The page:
Louisville Magazine

JUL 2019

Louisville Magazine is Louisville's city magazine, covering Louisville people, lifestyles, politics, sports, restaurants, entertainment and homes. Includes a monthly calendar of events.

Issue link: https://loumag.epubxp.com/i/1136209

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Page 22 of 104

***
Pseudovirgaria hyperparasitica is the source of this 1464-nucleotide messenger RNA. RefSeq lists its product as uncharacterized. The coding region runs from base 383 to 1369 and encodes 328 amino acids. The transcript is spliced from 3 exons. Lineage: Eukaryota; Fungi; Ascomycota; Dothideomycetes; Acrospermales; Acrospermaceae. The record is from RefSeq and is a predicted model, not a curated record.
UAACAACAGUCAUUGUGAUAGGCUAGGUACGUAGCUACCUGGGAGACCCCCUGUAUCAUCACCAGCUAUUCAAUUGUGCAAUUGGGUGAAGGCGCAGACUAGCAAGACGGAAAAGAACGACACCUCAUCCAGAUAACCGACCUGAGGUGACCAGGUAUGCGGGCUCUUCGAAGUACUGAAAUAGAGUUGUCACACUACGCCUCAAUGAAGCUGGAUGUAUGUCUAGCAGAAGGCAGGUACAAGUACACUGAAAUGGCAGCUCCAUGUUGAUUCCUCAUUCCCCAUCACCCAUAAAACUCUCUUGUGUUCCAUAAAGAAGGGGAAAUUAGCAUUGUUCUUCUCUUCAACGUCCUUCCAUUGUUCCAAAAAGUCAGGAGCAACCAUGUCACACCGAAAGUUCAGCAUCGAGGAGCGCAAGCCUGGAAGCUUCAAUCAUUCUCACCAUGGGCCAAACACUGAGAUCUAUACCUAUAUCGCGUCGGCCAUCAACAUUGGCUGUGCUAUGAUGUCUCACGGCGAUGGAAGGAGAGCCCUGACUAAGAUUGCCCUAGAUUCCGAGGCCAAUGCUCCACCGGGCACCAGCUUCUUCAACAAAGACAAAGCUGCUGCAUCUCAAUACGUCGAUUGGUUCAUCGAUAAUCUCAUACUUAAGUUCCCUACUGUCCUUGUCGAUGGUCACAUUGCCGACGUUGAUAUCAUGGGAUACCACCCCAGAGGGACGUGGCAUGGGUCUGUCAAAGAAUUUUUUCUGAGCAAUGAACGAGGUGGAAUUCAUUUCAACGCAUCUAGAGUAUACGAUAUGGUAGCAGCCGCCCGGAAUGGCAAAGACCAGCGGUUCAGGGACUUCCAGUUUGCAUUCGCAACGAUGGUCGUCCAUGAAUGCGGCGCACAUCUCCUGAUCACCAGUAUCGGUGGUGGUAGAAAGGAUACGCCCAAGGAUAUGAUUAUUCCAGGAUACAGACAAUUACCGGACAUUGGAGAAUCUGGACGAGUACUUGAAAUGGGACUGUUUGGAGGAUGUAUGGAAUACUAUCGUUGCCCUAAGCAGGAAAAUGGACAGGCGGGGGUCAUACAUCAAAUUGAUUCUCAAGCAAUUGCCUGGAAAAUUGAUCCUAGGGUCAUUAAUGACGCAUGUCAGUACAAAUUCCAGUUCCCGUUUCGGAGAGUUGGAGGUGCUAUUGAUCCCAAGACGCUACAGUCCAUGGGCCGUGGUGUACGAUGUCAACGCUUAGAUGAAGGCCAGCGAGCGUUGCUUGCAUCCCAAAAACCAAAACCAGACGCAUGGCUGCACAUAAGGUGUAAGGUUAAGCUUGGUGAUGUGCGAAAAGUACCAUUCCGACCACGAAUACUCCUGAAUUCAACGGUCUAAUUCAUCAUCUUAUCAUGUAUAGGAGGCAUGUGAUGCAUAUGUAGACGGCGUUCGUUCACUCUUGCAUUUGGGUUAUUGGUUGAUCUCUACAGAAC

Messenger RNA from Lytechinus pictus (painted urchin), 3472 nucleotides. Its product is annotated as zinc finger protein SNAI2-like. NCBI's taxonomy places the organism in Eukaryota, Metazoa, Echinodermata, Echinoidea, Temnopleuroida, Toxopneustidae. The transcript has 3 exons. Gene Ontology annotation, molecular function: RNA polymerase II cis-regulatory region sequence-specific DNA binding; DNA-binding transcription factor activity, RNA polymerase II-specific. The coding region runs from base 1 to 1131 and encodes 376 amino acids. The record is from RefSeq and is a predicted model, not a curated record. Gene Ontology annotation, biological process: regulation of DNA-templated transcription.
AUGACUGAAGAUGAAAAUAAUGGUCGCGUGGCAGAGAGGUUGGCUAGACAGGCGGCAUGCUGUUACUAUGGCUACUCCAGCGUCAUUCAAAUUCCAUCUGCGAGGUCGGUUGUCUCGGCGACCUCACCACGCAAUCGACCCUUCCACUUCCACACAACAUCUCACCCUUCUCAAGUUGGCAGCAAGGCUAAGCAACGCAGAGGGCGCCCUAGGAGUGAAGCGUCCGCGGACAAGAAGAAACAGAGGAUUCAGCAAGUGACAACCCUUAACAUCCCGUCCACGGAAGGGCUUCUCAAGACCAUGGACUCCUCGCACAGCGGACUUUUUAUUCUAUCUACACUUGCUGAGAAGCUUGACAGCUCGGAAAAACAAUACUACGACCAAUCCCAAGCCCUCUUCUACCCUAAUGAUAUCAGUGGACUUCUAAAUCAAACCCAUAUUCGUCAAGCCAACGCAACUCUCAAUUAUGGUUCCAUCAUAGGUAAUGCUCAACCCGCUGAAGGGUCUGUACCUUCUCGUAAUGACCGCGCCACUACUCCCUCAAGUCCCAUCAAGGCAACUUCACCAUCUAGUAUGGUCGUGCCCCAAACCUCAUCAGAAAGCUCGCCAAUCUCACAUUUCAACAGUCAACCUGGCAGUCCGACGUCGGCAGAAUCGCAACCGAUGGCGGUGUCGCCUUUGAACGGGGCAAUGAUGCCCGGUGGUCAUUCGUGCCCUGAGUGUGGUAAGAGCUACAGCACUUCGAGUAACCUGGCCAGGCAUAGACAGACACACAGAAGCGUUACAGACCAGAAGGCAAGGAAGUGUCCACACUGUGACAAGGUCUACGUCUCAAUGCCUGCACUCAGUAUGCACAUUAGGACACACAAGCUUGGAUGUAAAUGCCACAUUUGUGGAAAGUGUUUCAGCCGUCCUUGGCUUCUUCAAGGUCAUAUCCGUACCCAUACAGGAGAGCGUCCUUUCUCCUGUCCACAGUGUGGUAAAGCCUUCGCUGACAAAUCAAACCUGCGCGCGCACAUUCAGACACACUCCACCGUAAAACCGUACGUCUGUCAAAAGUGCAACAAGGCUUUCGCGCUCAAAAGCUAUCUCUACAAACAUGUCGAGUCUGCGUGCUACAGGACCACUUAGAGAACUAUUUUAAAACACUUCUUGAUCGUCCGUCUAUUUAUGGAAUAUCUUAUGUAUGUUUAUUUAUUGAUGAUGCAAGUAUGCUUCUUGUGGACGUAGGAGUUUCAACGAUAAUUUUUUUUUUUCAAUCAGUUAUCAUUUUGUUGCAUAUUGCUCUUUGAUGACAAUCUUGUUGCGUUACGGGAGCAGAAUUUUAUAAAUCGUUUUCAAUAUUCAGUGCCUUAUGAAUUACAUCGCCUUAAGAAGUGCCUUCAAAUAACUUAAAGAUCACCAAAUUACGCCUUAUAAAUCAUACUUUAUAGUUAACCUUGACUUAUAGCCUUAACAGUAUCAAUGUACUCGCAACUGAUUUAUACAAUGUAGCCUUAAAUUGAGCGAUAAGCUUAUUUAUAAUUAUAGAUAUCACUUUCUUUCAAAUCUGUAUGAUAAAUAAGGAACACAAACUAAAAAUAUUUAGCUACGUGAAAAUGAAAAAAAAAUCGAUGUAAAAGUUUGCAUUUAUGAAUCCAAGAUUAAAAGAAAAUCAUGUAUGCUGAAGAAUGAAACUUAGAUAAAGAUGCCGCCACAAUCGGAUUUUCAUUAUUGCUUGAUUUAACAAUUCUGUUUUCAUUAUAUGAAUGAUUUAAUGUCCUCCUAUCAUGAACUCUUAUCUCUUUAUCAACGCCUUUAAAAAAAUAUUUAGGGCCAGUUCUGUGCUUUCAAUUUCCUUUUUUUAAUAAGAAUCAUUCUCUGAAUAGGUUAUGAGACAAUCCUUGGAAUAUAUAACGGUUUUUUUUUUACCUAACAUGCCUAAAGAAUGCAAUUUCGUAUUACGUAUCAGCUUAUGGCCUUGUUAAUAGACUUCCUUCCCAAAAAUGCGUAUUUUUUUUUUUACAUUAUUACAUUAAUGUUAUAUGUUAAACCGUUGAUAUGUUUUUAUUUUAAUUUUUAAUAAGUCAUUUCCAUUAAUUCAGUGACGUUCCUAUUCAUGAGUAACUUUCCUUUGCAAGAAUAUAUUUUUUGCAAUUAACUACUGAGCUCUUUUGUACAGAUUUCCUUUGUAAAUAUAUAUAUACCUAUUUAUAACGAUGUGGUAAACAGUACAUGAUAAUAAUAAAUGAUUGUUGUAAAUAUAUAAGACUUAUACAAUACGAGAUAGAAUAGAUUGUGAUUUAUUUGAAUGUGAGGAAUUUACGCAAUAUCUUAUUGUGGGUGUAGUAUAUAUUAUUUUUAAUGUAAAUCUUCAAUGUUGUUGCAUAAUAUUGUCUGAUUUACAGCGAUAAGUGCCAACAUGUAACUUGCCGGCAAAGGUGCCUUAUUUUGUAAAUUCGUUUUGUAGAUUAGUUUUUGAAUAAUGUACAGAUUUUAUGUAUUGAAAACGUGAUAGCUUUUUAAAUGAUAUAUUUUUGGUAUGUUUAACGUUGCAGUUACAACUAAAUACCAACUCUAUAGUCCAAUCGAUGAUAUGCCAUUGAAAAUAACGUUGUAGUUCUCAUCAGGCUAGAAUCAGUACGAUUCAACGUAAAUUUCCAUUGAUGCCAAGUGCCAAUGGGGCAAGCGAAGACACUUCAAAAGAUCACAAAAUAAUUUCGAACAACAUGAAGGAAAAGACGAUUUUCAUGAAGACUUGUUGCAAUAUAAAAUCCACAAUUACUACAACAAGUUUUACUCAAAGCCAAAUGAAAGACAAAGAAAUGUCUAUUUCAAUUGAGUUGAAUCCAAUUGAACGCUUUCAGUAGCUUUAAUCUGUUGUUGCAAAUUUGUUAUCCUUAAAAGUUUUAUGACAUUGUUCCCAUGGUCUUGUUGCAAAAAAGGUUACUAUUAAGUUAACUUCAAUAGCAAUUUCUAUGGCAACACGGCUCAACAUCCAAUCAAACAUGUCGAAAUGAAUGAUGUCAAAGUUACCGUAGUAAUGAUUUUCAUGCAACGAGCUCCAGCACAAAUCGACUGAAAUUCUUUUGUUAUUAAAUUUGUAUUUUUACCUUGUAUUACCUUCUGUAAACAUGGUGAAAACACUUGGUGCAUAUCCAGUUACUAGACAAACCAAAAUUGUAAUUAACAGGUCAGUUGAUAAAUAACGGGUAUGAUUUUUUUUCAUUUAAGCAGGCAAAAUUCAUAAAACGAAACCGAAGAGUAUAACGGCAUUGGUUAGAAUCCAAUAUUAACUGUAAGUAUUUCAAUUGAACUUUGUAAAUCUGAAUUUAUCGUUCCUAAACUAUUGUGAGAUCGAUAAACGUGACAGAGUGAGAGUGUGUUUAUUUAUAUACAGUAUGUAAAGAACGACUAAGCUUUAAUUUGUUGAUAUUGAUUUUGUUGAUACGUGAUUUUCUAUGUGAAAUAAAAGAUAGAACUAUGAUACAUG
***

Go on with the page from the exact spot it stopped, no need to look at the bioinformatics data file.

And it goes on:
derbydinner.com 20 LOUISVILLE MAGAZINE 7.19 Michaelle Warner has always loved playing dress-up — from childhood Halloweens on through her 20s, when she would don wigs and costumes to go out dancing at gay bars. Dressing up was a creative outlet, as was art, which she studied at Smith College in the early '80s. "But painting isn't real lucrative," Warner jokes. For a few years she co-owned a popular Old Louisville art gallery-coffee house called Cafe Dog, where you could get an espresso and catch local bands like Slint and King Kong in their infancy. Warner eventually sought a more stable career, becoming a real estate agent in 1989. Over the next three decades, she focused on building her business, raising two children and playing a lead role in the Frankfort Avenue Business Association. Her responsibilities left little time for creative exploits — until now. In a series of real estate ads that debuted last fall, Warner taps into her love of costumes and film. The first mailer — inspired by the iconic American Beauty scene with Mena Suvari lying in rose petals — shows Warner in the same pose, amid fall leaves, wearing what she describes as "a tacky gold polyester jacket, like the ones Century 21 agents used to wear in the '70s." The tagline: "Looking for your American Beauty?" The second advertisement came out in January, so she chose to spoof the most "winter" film she could think of: Fargo. Warner found a classic police bomber jacket and an ear-flapped hat on eBay, along with a sheriff's star from Caufield's, so she could mimic the look of Frances McDormand's character. Warner's friend Suki Anderson (who's also Louisville Magazine's art director) Photoshopped her into a snowy landscape from the film, with the words "You're darned tootin' I can sell your house!" "The most important thing in real estate is keeping yourself in people's minds," says Warner, who specializes in historic homes (and lives in a 125-year- old Queen Anne Victorian in Clifton). She has plans for a third film-inspired ad, possibly this summer. "My last child just went to college in August, so I'm coming out of my 'mommy time,'" she says. "I wanted to do something that had an impact and said, 'I'm still here, going strong.'" — Sarah Kelley '90s MOVIES AS REALTOR ADS

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